5. Operational Focus
Selecting the right set of tools and technologies is essential to your journey attaining its operational objectives. There is no dearth of ML/AI vendors and solutions for every business process. Which solution is right for your operational business needs and can at the same time evolve with your business? We encourage our clients to pursue the path of open-source centered proof-of-value before investing in commercial off-the-shelf (COTS) solutions. Open-source packages also provide businesses the opportunity to set a benchmark for any COTS investments in the future. Open-source does not have to become your operational solution, although it is certainly up to the task for many of the more commonplace ML/AI applications. While the total cost of ownership should be a consideration, we recommend balancing it with the solution's ability to adapt and evolve with your organization's needs.
6. Feedback For Learning
If your business is actively pursuing ML/AI opportunities, it has quite likely moved past 'Descriptive' and 'Diagnostic' analytic capabilities. As companies venture into the 'Predictive', 'Prescriptive' and 'Cognitive' analytic capabilities, we encourage distinguishing your needs from your wants. Learning solutions require a robust mechanism to record the feedback from decisions taken and effects, outcomes or responses from those decisions. You may also consider setting up A/B testing strategies, so that your models can draw from a broad set of experiences to learn. Too often we see organizations trying to reach for the 'Cognitive' capabilities without the necessary elements to capture the feedback and support the learning mechanism.
7. Complementary Skillsets
Whether you decide to hire the appropriate skill sets into your organization or outsource to a services delivery consultancy, having the right mix of skill sets on your team is essential. ML/AI requires a healthy mix of mathematical/statistical genius, programming prowess, parallel computation know-how, data wrangling skills and business acumen. Finding all of these skills at the right levels of competency in a single or even a select few individuals is akin to seeking a unicorn. Businesses have to be willing to invest, bringing together the talent and/or training up proven resources to be successful with ML/AI. In addition, a clear charter, organizational structure and career development pathways are essential ingredients for an ML/AI center of excellence.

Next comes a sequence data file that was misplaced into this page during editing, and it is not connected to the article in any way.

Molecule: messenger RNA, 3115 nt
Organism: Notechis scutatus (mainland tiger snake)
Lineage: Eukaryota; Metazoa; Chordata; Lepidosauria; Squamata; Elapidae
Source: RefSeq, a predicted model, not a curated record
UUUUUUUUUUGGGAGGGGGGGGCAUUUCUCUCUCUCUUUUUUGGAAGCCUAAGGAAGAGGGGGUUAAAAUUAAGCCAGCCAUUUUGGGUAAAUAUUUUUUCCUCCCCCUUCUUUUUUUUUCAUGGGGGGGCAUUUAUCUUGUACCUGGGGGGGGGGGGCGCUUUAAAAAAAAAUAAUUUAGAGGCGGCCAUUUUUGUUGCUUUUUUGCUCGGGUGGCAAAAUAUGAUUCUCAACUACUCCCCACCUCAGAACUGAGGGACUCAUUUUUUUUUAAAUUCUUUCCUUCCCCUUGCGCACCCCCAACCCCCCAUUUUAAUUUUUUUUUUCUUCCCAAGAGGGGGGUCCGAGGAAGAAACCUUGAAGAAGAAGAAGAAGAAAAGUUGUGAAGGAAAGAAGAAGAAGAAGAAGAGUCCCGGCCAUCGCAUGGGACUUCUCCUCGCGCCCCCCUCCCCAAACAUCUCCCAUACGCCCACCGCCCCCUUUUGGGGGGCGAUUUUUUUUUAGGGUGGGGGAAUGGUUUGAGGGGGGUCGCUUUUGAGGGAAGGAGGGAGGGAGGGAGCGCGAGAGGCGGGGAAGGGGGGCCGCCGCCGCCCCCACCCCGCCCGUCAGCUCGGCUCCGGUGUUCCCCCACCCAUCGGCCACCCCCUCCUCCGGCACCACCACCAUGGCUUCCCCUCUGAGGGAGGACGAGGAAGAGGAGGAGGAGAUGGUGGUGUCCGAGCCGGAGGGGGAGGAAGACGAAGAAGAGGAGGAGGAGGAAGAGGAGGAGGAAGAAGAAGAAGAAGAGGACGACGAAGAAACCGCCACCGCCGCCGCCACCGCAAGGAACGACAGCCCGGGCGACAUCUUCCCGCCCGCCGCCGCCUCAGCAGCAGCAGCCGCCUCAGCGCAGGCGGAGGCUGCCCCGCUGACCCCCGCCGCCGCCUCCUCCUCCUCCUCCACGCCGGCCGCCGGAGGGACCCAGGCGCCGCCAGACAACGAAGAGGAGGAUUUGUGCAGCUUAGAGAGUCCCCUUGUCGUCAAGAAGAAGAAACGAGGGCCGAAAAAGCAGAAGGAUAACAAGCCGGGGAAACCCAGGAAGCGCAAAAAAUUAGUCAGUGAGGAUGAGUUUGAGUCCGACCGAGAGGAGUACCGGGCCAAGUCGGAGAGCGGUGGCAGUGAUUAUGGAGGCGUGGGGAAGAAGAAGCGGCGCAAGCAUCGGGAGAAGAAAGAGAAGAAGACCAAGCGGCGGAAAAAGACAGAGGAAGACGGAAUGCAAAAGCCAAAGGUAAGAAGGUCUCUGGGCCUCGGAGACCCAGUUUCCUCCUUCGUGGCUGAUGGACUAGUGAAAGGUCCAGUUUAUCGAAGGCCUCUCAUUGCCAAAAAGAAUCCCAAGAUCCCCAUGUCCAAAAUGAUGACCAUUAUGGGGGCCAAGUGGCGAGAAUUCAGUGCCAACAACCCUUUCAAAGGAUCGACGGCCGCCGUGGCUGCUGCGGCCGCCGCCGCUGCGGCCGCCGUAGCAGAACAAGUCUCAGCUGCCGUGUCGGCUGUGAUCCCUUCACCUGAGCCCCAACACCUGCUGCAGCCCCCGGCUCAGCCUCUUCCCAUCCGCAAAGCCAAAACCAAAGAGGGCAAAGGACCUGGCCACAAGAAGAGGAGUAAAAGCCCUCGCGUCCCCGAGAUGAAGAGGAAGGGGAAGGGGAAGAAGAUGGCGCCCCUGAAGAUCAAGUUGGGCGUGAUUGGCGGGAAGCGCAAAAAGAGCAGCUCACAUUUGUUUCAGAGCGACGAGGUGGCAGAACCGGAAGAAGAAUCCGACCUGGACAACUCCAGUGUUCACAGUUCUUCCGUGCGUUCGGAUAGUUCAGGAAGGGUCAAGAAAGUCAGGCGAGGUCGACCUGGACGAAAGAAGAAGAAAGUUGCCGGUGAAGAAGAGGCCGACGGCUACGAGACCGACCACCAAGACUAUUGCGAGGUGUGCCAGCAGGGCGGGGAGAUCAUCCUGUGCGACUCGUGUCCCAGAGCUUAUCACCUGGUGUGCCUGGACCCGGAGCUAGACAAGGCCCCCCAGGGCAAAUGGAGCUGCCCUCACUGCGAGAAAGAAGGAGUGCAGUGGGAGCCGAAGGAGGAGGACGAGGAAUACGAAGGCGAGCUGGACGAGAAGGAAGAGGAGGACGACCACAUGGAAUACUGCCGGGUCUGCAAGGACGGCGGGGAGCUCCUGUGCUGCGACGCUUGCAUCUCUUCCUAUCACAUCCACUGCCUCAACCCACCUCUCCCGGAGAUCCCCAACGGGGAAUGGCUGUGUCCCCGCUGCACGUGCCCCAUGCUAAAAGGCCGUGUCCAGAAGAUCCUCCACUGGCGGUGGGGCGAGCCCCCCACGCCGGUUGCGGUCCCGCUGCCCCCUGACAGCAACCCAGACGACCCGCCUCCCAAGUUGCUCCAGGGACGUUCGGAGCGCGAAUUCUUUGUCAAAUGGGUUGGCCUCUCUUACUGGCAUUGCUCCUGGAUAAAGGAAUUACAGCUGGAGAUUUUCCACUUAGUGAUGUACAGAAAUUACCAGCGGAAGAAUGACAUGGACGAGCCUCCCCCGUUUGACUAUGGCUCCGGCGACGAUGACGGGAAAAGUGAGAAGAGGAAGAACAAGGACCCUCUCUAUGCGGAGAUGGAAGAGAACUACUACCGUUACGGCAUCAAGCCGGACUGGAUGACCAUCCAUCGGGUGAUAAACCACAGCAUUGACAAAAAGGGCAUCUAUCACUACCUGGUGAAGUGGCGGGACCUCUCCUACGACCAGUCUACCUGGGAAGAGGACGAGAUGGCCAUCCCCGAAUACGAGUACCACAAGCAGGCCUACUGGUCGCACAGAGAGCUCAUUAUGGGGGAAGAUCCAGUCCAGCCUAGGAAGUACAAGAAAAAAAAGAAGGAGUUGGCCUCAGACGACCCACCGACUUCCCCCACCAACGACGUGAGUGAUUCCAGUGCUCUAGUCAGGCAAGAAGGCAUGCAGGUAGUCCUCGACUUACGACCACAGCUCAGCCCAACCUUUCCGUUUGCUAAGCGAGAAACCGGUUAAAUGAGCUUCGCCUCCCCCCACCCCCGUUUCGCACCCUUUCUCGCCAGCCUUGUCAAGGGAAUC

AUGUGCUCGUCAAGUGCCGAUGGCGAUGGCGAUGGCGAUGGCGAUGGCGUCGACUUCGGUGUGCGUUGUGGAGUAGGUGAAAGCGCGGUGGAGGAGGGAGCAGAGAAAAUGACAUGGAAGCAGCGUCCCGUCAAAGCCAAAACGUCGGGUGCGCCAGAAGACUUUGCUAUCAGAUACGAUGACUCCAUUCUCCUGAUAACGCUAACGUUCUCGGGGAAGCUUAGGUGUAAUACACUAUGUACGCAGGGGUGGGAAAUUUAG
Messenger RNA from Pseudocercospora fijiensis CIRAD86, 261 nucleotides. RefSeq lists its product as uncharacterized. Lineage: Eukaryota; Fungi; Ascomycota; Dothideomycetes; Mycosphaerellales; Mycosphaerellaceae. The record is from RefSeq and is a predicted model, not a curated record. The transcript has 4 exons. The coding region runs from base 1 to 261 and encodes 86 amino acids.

8. Continuous Improvement
Last but not least, a culture that recognizes the importance of continuous improvement holds the key to disrupting the norm. Continuous improvement must span all seven of the preceding facets and when appropriate reach outside of these as well. Expanding on the latter point by building on the self-driving vehicles example provided earlier; there are a number of ethics questions that have not been touched on in regard to self-driving vehicles. For example, should self-driving vehicles take decisions that benefit the vehicle occupants or equally benefit occupants, pedestrians and other vehicles in its path? Further, who is responsible when a self-driving vehicle is involved in a fatal accident: the vehicle owner, the manufacturer, the ML/AI software provider or all three? Continuous improvement should not draw the line at the data and embedded ML/AI algorithms attaining maturity. There are and will be a host of related questions that must be asked and answered in the context of a truly mature ML/AI solution.
Follow us through this series of posts as we dive deeper into each of these facets to illustrate our methodology for assessing your ML/AI maturity. We will provide a yardstick against each of the eight facets that will assist with measuring your ML/AI maturity and help direct your ML/AI strategy and investments.
By Brian Monteiro - Chief Data Scientist & Director, Analytics Practice at WorldLink